Tuesday, September 20, 2011

Chapter 2 Questions: Understanding the Teaching-Learning Process

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3)        There are five different requirements for an individual to learn a motor skill which include prerequisites, a clear idea of the task, the implication of the teacher, motivational/attentional disposition to the skill, practice, and feedback. The prerequisite stage requires the learner to possess previous related skills to assist in the understanding of the motor skill. In most cases, the individual must master similar abilities related to the motor skill/s being learned. Physical ability also has an effect in an individuals development in learning a motor skill. For younger children, physical abilities come from the process of maturity and may prove to be more difficult to learn a motor skill. A clear idea of the task comes from a great instructor who facilitates a plan to accomplish the task. The instructor must be able to provide good demonstrations for the learner to completely understand the correct body motions. Many individuals do not have a clear idea of a task because of previous false information, so he/she is performing the skill incorrect. Sometimes the body can do the skill right, but the mind second guesses the movement of the body and the end result is wrong. Motivation/attentional disposition to the skill relates to how motivated the leaner is and how willing he/she is to listening to his/her instructor. For a person to learn the individual must be motivated to take part in task. The more motivated an individual is he/she will be pay more attention to detail, and later become more effective in the task. In order to stay motivated he/she must have a good instructor who alters activities constantly, so the learner does not lose interest in the task. Practice is an important factor to learning a motor skill because it helps the consistency of an individual's performance. The more practice one does the more he/she will understand the basic body motions involved in the task. Everyone benefits from practice because it positively refines skills related to the task. Nothing is more true than the saying "practice makes perfect"! Feedback is extremely important to develop a motor skill because it allows the individual or others to critique a performance. Providing feedback to someone is crucial and beginning with something positive is crucial as well. The feedback from others and yourself can be beneficial because the learner can improve upon the skills connected with the activity. Some people do not like feedback, but it is a stepping stone to become better. Others respect feedback and use it for motivation to work harder.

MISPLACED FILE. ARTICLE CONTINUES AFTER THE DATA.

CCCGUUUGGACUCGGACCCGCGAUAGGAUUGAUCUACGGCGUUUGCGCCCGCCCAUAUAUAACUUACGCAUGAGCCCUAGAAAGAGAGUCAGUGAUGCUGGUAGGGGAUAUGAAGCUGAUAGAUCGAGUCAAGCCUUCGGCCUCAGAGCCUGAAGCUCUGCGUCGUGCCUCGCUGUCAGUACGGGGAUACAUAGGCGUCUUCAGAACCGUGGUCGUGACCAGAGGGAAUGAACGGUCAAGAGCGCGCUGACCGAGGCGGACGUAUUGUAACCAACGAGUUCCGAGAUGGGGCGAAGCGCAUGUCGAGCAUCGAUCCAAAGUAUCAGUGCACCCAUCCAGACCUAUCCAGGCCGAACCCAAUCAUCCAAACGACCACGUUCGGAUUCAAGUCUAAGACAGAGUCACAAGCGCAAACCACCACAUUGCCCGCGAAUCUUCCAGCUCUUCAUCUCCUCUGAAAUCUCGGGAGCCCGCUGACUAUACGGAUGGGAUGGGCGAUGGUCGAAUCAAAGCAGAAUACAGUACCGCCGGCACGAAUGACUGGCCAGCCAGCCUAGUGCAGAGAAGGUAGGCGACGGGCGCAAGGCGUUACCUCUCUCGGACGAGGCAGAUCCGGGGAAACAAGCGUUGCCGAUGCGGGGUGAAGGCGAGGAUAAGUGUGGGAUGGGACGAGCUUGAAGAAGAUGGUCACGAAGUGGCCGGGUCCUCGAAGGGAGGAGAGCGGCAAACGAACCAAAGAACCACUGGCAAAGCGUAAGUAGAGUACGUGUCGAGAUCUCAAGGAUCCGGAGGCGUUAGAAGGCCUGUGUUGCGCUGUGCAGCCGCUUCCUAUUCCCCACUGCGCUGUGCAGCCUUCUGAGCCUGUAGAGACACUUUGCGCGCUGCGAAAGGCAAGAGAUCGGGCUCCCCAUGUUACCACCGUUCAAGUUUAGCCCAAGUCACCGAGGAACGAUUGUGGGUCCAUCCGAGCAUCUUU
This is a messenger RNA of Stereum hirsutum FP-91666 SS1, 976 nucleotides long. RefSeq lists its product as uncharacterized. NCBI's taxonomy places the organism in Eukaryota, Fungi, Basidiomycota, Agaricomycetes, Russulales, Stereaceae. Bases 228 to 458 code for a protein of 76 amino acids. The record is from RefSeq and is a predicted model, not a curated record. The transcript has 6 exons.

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4)        Closed, open, discrete, and serial skills should be taught in different manners. A closed skill involves the conditions in the environment to remain consistent. An example of a closed skill would consist of a tennis player serving the ball to the opposition. Open skills refer to those variables which are not consistent with the environment and are expected to change. Passing a football in game-like situations represent an open skill because the angle from the quarterback to the receiver is constantly changing. Discrete skills are those skills making up the majority of the sport such as hitting and throwing. Serial skills are a series of motions put together to complete the purpose of the activity, like the triple jump in track. These skills must be taught to students differently because some skills are self-paced, while other skills are externally-paced. Self-paced skills need the conditions to be consistent throughout the lesson and externally-paced skills must be taught in environments with the likeliness of change. There is no reason for a teacher to teach a closed skill in an environment producing constant change, and instructing an open skill in a stable environment. All of the skills are best comprehended when the instructor uses various advancement within the task. The teacher must gradually advance the practices into game-like situations, so the students know what can be expected. With discrete skills the teacher needs to focus on bodily functions from the beginning to the end. A teacher has to break down the movements step-by-step for the students to understand and perform correctly. In serial skills the teacher focuses on how well a student transitions from one skill to the next. The teacher must prepare the students for the next skill by combining these skills in a teaching exercise. In conclusion, the skill being taught to the students must resemble similar conditions the students would face in a game.

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